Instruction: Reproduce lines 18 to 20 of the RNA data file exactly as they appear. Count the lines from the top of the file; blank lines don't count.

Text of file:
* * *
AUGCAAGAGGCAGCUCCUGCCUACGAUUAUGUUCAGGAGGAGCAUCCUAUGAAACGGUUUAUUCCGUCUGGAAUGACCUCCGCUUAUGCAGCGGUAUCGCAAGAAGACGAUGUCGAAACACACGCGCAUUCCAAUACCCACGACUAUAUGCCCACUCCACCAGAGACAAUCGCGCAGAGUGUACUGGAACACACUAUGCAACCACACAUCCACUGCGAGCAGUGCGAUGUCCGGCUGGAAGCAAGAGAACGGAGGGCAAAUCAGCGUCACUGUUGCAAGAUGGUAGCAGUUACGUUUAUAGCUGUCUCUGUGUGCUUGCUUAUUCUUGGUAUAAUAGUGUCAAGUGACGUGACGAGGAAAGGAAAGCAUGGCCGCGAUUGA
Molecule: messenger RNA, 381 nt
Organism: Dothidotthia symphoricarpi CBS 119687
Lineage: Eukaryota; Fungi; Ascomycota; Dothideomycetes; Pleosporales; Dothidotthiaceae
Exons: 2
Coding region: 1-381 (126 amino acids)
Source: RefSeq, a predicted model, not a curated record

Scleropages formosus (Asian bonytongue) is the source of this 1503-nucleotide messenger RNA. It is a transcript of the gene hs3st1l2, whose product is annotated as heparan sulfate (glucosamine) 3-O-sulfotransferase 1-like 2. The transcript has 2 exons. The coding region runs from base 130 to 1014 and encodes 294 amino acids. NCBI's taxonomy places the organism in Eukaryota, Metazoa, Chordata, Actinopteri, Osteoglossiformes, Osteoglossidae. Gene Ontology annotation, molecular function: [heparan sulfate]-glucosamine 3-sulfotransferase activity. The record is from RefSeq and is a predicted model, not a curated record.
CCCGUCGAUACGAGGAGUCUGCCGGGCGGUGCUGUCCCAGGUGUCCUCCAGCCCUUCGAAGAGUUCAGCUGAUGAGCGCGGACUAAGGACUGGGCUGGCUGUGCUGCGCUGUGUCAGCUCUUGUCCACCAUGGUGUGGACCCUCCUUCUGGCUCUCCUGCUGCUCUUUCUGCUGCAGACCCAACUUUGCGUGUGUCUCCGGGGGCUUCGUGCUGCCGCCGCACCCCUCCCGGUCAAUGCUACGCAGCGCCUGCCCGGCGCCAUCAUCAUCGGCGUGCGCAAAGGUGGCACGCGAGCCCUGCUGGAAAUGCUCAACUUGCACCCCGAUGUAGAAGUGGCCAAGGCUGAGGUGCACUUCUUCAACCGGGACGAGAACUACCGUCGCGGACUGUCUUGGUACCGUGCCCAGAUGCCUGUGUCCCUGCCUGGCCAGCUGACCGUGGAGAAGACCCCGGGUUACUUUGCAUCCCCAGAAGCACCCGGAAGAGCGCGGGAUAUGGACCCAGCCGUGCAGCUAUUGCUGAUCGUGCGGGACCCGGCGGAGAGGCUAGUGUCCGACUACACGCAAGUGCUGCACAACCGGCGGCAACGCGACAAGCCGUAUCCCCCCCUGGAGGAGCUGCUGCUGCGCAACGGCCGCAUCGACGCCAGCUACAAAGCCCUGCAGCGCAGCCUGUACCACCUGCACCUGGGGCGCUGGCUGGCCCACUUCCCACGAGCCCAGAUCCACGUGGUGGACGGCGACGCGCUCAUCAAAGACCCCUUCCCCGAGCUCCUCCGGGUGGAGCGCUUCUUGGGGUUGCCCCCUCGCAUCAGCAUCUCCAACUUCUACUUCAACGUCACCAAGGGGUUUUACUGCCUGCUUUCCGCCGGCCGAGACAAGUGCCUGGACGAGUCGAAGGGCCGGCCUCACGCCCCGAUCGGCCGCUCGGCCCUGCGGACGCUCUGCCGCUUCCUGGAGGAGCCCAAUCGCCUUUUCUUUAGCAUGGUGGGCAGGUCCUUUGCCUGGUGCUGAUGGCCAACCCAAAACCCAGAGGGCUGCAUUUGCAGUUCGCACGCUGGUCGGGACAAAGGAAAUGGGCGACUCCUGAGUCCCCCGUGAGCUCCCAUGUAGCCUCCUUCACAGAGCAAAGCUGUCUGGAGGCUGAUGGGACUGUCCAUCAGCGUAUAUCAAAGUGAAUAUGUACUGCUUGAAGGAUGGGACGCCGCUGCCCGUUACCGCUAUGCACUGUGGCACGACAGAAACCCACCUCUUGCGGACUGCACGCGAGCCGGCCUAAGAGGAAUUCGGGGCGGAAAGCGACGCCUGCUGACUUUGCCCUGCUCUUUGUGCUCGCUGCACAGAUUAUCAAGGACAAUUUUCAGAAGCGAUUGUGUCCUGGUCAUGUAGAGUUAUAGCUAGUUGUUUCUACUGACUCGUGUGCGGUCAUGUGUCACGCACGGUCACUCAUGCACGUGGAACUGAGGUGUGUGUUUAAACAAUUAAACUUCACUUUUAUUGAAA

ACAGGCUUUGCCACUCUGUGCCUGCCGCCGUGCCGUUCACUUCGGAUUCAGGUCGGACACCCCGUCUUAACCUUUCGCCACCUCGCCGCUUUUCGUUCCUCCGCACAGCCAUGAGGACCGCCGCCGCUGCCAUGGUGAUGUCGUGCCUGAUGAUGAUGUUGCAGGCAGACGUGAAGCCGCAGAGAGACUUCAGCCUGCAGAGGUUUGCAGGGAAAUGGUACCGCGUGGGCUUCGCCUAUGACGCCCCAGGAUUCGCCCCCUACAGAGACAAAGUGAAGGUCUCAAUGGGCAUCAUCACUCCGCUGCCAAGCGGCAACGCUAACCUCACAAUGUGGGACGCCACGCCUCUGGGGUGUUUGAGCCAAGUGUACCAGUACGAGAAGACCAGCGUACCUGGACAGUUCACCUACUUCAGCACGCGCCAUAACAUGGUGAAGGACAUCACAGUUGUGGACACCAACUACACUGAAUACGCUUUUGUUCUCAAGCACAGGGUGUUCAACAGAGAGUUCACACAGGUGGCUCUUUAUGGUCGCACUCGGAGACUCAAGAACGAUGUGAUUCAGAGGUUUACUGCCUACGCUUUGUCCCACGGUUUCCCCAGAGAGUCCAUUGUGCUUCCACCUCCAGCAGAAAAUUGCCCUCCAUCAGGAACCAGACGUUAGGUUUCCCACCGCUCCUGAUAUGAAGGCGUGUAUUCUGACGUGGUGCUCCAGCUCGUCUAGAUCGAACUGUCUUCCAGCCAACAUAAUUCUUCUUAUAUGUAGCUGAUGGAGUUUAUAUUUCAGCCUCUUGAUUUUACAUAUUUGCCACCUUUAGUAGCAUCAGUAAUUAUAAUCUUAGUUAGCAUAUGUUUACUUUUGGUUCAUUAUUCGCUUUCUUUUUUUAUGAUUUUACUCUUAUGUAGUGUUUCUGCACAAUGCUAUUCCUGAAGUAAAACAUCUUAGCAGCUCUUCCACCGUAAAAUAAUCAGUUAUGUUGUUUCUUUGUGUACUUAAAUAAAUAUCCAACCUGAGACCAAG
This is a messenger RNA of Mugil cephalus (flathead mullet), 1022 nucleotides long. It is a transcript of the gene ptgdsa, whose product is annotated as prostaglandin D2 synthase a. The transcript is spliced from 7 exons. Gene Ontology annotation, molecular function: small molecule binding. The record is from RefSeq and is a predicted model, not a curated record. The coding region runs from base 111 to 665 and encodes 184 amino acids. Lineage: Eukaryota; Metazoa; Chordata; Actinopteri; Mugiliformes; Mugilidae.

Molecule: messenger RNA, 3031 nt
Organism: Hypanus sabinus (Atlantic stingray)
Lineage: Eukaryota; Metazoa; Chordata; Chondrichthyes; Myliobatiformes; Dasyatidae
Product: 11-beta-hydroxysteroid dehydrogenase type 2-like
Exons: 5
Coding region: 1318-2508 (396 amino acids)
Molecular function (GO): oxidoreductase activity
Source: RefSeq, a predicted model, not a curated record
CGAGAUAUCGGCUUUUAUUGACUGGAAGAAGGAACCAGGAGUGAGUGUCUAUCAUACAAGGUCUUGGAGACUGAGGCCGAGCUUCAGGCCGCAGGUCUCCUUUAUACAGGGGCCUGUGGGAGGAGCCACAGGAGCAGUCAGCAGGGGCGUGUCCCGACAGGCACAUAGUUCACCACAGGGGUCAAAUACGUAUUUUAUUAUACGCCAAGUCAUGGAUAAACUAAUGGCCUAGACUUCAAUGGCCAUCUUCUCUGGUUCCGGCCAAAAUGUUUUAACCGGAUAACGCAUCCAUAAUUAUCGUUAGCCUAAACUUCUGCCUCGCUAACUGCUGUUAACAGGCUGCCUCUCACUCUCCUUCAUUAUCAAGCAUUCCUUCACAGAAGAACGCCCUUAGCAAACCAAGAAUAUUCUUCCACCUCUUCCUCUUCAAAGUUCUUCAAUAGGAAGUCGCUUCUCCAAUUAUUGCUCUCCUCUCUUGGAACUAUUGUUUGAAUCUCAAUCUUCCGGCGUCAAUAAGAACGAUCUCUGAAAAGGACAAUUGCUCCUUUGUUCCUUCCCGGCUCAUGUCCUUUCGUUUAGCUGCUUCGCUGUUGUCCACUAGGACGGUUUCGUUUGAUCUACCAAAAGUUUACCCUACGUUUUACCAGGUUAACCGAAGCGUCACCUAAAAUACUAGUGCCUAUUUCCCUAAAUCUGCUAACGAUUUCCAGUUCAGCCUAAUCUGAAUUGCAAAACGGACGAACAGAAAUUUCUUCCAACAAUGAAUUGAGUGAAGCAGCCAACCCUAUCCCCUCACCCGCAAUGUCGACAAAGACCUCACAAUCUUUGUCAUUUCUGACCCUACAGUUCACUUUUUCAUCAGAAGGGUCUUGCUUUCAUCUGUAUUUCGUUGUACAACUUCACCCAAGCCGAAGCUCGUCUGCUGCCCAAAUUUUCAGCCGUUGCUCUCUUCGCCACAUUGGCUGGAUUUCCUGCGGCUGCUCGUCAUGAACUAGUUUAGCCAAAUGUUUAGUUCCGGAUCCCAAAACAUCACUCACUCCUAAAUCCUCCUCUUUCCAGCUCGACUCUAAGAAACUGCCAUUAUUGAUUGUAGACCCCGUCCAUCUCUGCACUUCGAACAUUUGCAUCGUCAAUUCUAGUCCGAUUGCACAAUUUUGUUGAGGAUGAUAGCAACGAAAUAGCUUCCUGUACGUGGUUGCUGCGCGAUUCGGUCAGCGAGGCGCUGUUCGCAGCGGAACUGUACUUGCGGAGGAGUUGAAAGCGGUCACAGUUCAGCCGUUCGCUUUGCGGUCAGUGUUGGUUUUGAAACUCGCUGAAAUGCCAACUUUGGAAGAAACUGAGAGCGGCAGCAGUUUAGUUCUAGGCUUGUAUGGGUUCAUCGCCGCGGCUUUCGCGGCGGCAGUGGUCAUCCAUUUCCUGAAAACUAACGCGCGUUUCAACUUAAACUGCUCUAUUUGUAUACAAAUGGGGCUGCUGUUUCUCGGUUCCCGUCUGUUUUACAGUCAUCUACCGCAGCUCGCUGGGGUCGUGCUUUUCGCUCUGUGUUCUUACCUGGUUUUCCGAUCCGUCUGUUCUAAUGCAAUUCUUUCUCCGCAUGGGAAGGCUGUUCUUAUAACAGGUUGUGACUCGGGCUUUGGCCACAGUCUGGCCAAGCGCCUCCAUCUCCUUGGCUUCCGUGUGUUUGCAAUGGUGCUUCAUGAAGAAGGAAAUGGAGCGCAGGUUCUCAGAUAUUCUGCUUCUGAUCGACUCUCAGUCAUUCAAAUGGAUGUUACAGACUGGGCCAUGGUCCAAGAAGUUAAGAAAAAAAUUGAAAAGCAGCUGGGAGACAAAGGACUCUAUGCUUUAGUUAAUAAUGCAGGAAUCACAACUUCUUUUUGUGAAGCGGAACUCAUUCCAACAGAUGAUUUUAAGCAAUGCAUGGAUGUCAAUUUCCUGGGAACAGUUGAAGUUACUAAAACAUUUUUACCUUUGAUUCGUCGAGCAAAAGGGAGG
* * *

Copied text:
Molecular function (GO): oxidoreductase activity
Source: RefSeq, a predicted model, not a curated record
CGAGAUAUCGGCUUUUAUUGACUGGAAGAAGGAACCAGGAGUGAGUGUCUAUCAUACAAGGUCUUGGAGACUGAGGCCGAGCUUCAGGCCGCAGGUCUCCUUUAUACAGGGGCCUGUGGGAGGAGCCACAGGAGCAGUCAGCAGGGGCGUGUCCCGACAGGCACAUAGUUCACCACAGGGGUCAAAUACGUAUUUUAUUAUACGCCAAGUCAUGGAUAAACUAAUGGCCUAGACUUCAAUGGCCAUCUUCUCUGGUUCCGGCCAAAAUGUUUUAACCGGAUAACGCAUCCAUAAUUAUCGUUAGCCUAAACUUCUGCCUCGCUAACUGCUGUUAACAGGCUGCCUCUCACUCUCCUUCAUUAUCAAGCAUUCCUUCACAGAAGAACGCCCUUAGCAAACCAAGAAUAUUCUUCCACCUCUUCCUCUUCAAAGUUCUUCAAUAGGAAGUCGCUUCUCCAAUUAUUGCUCUCCUCUCUUGGAACUAUUGUUUGAAUCUCAAUCUUCCGGCGUCAAUAAGAACGAUCUCUGAAAAGGACAAUUGCUCCUUUGUUCCUUCCCGGCUCAUGUCCUUUCGUUUAGCUGCUUCGCUGUUGUCCACUAGGACGGUUUCGUUUGAUCUACCAAAAGUUUACCCUACGUUUUACCAGGUUAACCGAAGCGUCACCUAAAAUACUAGUGCCUAUUUCCCUAAAUCUGCUAACGAUUUCCAGUUCAGCCUAAUCUGAAUUGCAAAACGGACGAACAGAAAUUUCUUCCAACAAUGAAUUGAGUGAAGCAGCCAACCCUAUCCCCUCACCCGCAAUGUCGACAAAGACCUCACAAUCUUUGUCAUUUCUGACCCUACAGUUCACUUUUUCAUCAGAAGGGUCUUGCUUUCAUCUGUAUUUCGUUGUACAACUUCACCCAAGCCGAAGCUCGUCUGCUGCCCAAAUUUUCAGCCGUUGCUCUCUUCGCCACAUUGGCUGGAUUUCCUGCGGCUGCUCGUCAUGAACUAGUUUAGCCAAAUGUUUAGUUCCGGAUCCCAAAACAUCACUCACUCCUAAAUCCUCCUCUUUCCAGCUCGACUCUAAGAAACUGCCAUUAUUGAUUGUAGACCCCGUCCAUCUCUGCACUUCGAACAUUUGCAUCGUCAAUUCUAGUCCGAUUGCACAAUUUUGUUGAGGAUGAUAGCAACGAAAUAGCUUCCUGUACGUGGUUGCUGCGCGAUUCGGUCAGCGAGGCGCUGUUCGCAGCGGAACUGUACUUGCGGAGGAGUUGAAAGCGGUCACAGUUCAGCCGUUCGCUUUGCGGUCAGUGUUGGUUUUGAAACUCGCUGAAAUGCCAACUUUGGAAGAAACUGAGAGCGGCAGCAGUUUAGUUCUAGGCUUGUAUGGGUUCAUCGCCGCGGCUUUCGCGGCGGCAGUGGUCAUCCAUUUCCUGAAAACUAACGCGCGUUUCAACUUAAACUGCUCUAUUUGUAUACAAAUGGGGCUGCUGUUUCUCGGUUCCCGUCUGUUUUACAGUCAUCUACCGCAGCUCGCUGGGGUCGUGCUUUUCGCUCUGUGUUCUUACCUGGUUUUCCGAUCCGUCUGUUCUAAUGCAAUUCUUUCUCCGCAUGGGAAGGCUGUUCUUAUAACAGGUUGUGACUCGGGCUUUGGCCACAGUCUGGCCAAGCGCCUCCAUCUCCUUGGCUUCCGUGUGUUUGCAAUGGUGCUUCAUGAAGAAGGAAAUGGAGCGCAGGUUCUCAGAUAUUCUGCUUCUGAUCGACUCUCAGUCAUUCAAAUGGAUGUUACAGACUGGGCCAUGGUCCAAGAAGUUAAGAAAAAAAUUGAAAAGCAGCUGGGAGACAAAGGACUCUAUGCUUUAGUUAAUAAUGCAGGAAUCACAACUUCUUUUUGUGAAGCGGAACUCAUUCCAACAGAUGAUUUUAAGCAAUGCAUGGAUGUCAAUUUCCUGGGAACAGUUGAAGUUACUAAAACAUUUUUACCUUUGAUUCGUCGAGCAAAAGGGAGG